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How much do we really know about heart failure?

October 17, 2022

How much do we really know about heart failure? - featured image

Dr. Zesi Ngubane speaks about heart health awareness and the misconception surrounding heart attacks

When people hear that a patient is seeing a Cardiologist, they assume it is over a heart attack.

This isn’t always correct, says Dr. Zesi Ngubane who is a cardiologist at Busamed Paardevlei Private Hospital in the Western Cape.

“If you think about the cardiovascular system, it encompasses the heart itself but also the vasculature – which pertains to the blood supply to and from the heart. So, we treat all the diseases that affect the heart muscle itself, coronaries (blood supply) but also the heart valves and the conduction system of the heart.”

She says the conduction system entails “all your rhythm disturbances.”

Dr. Ngubane says a large part of her treatment involves ischemic heart disease which is mostly a lifestyle disease although it can be genetic as well. This disease, along with hypertension forms the “major burden of heart disease.”

Lifestyle habits that lead to hypertension and diabetes, like smoking and consuming a diet high in cholesterol and processed carbohydrates put you at risk for ischemic heart disease.
She says in ischemic heart disease, plaque settles in your arteries which could lead to myocardial infarctions or heart attacks.

Dr. Ngubane says that information on wellness is in the public domain and that simple lifestyle modifications that have been suggested in the past are relevant today.

She says heart failure is another dire outcome that is related to poor lifestyle habits. “A lot of our population has hypertension and hypertension is the leading cause of heart failure.”
This is not to say hypertension is the only cause of heart failure, but it is indeed a cause that can be controlled before it results in complications.

Dr. Ngubane says that because heart disease is so prevalent in society, General practitioners also treat it. “Once your GP finds that they have reached their limit in their management, you will be referred to a specialist who has a more focused approach to treatment.”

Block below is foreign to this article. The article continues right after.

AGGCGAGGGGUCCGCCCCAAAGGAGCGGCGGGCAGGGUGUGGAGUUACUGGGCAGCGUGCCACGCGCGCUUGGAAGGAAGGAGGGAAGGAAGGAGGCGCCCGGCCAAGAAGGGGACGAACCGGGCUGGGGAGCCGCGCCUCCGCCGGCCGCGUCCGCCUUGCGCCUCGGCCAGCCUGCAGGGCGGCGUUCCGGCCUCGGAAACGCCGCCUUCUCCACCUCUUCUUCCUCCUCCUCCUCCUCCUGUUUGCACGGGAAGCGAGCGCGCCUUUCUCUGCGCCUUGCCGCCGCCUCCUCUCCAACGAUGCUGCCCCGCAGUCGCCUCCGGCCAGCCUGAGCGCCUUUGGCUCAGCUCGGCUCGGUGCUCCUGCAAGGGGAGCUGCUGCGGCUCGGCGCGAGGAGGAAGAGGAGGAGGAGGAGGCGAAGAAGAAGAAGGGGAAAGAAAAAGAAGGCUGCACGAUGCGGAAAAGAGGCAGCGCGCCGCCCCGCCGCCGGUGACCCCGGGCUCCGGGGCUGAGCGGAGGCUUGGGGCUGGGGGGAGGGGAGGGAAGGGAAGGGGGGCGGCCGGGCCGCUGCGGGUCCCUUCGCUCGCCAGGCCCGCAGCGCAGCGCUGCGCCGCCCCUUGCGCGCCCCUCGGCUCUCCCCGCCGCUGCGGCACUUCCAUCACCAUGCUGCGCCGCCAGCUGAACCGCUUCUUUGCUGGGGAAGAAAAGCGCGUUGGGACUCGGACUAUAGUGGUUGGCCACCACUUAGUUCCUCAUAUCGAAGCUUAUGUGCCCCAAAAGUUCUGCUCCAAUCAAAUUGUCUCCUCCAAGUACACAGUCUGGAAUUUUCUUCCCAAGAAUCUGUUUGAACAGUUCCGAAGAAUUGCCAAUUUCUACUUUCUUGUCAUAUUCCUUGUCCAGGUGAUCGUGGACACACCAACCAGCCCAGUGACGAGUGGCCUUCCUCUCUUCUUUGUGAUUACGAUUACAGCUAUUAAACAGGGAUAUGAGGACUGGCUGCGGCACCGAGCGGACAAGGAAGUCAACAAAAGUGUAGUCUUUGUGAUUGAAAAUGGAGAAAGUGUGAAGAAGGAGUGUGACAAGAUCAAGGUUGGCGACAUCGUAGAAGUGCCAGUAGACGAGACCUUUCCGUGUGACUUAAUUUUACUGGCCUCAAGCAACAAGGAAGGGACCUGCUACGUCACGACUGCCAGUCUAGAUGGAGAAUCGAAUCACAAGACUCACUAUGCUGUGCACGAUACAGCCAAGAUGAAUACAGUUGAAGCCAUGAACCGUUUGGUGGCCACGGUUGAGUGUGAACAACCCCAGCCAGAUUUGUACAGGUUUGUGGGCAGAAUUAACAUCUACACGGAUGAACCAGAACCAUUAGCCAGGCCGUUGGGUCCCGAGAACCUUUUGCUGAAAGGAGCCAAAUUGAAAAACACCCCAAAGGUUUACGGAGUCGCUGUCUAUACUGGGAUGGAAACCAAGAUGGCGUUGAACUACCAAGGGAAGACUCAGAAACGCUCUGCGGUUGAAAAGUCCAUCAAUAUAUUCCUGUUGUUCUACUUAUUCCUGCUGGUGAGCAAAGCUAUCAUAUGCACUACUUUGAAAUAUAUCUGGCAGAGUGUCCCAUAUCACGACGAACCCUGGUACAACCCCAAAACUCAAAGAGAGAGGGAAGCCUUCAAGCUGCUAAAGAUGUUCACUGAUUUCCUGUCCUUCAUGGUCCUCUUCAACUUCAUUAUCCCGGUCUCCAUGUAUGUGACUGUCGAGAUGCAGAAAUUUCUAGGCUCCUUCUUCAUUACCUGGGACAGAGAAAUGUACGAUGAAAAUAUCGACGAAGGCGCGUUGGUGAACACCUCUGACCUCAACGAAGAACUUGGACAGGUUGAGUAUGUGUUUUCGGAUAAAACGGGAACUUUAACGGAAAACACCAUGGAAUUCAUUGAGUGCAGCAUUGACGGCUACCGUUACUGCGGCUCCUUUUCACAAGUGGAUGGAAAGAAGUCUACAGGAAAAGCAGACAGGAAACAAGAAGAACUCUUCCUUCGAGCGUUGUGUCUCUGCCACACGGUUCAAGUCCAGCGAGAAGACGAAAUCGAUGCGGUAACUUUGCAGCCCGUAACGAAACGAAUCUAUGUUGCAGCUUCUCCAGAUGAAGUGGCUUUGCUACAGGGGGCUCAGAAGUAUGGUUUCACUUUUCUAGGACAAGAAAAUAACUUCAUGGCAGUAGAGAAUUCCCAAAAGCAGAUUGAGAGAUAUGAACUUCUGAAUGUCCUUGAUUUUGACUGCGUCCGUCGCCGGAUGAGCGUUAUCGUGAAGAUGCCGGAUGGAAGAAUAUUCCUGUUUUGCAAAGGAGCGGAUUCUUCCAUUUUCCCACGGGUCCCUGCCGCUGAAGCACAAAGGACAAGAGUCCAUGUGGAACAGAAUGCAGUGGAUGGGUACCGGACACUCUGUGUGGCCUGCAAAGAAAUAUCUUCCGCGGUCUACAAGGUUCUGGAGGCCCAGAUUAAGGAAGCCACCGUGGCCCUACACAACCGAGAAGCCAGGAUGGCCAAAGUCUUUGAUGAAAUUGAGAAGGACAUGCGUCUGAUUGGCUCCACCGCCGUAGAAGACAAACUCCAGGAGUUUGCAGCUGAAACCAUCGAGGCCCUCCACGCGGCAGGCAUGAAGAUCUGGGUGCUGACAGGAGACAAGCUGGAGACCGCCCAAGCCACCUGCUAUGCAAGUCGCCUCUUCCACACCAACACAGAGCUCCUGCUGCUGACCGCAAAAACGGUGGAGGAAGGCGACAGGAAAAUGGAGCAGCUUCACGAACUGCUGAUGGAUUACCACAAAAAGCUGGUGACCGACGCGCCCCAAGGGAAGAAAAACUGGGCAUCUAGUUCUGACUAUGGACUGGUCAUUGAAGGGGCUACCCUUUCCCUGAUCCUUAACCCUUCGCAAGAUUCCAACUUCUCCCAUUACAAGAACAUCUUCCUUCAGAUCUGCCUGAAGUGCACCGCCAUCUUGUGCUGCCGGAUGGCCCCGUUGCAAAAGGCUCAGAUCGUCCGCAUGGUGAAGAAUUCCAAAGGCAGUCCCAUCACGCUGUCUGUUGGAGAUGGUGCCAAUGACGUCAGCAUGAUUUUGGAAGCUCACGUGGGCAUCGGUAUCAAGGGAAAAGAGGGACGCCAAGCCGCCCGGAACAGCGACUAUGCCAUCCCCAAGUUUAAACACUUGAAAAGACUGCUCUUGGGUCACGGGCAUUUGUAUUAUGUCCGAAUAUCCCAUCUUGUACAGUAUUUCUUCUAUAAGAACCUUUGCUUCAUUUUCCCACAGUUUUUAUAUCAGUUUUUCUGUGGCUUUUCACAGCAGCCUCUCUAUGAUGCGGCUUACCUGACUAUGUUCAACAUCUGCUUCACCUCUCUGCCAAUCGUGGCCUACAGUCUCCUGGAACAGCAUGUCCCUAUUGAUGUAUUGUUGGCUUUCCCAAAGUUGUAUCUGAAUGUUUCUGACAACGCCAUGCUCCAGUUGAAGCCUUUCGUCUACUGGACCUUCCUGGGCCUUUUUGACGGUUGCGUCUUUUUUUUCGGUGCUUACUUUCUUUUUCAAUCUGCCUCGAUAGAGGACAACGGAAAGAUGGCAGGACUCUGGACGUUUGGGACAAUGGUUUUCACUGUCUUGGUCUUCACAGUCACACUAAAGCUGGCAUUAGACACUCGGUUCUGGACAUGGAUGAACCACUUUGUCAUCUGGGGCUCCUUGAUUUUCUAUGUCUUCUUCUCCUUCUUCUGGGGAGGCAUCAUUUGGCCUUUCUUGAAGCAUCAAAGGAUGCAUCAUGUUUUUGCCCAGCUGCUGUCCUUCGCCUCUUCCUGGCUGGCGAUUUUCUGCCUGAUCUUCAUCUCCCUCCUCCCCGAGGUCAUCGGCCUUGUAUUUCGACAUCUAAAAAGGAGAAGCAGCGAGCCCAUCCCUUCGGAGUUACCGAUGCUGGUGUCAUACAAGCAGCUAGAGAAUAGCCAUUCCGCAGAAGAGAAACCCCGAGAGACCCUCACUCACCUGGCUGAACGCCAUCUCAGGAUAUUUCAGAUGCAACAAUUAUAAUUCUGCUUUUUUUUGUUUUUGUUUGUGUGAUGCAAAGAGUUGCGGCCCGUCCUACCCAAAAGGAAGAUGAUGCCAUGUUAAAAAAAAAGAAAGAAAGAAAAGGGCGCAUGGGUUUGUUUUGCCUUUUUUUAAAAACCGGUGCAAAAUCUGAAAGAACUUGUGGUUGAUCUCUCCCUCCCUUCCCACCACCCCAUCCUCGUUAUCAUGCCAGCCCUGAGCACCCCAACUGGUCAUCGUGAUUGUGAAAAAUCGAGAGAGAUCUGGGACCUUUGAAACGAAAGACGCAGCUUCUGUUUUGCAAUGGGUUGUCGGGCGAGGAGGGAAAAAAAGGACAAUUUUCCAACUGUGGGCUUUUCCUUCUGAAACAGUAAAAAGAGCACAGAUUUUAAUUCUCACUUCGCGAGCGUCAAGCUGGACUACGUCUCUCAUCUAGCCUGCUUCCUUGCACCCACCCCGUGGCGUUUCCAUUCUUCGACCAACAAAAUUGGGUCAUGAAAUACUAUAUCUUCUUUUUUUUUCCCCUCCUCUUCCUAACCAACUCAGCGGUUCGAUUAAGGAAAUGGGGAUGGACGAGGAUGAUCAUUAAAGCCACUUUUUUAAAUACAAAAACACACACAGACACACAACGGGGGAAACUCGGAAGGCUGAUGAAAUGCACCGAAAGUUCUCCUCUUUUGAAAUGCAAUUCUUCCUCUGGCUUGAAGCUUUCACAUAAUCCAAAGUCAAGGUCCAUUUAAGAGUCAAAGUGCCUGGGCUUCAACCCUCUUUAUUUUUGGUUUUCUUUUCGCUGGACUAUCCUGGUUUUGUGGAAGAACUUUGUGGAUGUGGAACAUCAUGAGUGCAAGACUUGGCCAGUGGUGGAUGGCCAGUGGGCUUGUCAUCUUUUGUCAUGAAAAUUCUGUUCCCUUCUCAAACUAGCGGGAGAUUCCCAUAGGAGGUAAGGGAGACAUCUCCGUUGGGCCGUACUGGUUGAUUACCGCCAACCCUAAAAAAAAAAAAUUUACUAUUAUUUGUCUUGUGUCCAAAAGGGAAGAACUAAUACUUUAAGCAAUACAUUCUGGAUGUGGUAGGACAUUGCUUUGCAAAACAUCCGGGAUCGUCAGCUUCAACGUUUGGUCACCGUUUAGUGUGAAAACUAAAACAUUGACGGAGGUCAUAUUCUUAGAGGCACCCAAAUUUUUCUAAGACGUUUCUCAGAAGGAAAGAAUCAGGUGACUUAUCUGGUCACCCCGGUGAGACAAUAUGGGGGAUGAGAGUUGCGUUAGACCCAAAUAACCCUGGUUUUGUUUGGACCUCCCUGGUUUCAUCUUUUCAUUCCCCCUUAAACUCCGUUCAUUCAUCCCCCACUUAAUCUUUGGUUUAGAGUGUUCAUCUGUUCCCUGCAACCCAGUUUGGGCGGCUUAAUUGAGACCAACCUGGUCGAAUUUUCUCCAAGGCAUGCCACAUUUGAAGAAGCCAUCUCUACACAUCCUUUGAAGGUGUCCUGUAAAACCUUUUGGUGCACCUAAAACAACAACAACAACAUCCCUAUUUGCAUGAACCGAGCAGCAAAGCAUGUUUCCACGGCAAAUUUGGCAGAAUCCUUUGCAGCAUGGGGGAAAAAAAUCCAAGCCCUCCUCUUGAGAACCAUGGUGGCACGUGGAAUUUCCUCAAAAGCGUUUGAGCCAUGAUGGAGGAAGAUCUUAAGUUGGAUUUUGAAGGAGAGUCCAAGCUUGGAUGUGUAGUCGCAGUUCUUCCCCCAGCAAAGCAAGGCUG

There are typically three stages to treatment that a patient can expect. These include conservative management, medical therapy and finally more directed therapy which may involve being treated by a medical procedure which takes place in the catheterization (cath) lab.

Conservative management is basically an observation stage or a wait-and-see approach that gauges the extent of damage or dysfunction.

Medical therapy includes the use of pharmaceutical intervention to control symptoms and manage a condition.

An example of an intervention that occurs in the cath lab is percutanous coronary intervention (PCI), which is an invasive step in which an angiogram is performed; especially after a heart attack to determine where the occlusion in the vessel is located and possibly implant stents in order to re-establish normal coronary blood flow in the affected artery.

If PCI fails or is not feasible Dr. Ngubane says a cardiothoracic surgeon would be consulted. She said it was important for patients to remember the many advancements have been made in interventional cardiology, these include but not limited to transcatheter valve replacements, where an aortic valve for example can be replaced via a procedure through the groin without requiring open-heart surgery.

Aortic stenosis is a type of heart valve disease where the aortic valve is narrowed and doesn’t open fully, usually affecting the elderly due to degeneration of the aortic valve caused by progressing age.

“The field of cardiology is vast and allows for the cardiologist to treat medical conditions whilst also being very hands on and with the advances that are continuously being made in the interventional field, we can offer more extensive management options for an array of heart problems.”

Dr. Zesi Ngubane

Dr. Zesi Ngubane

Cardiologist

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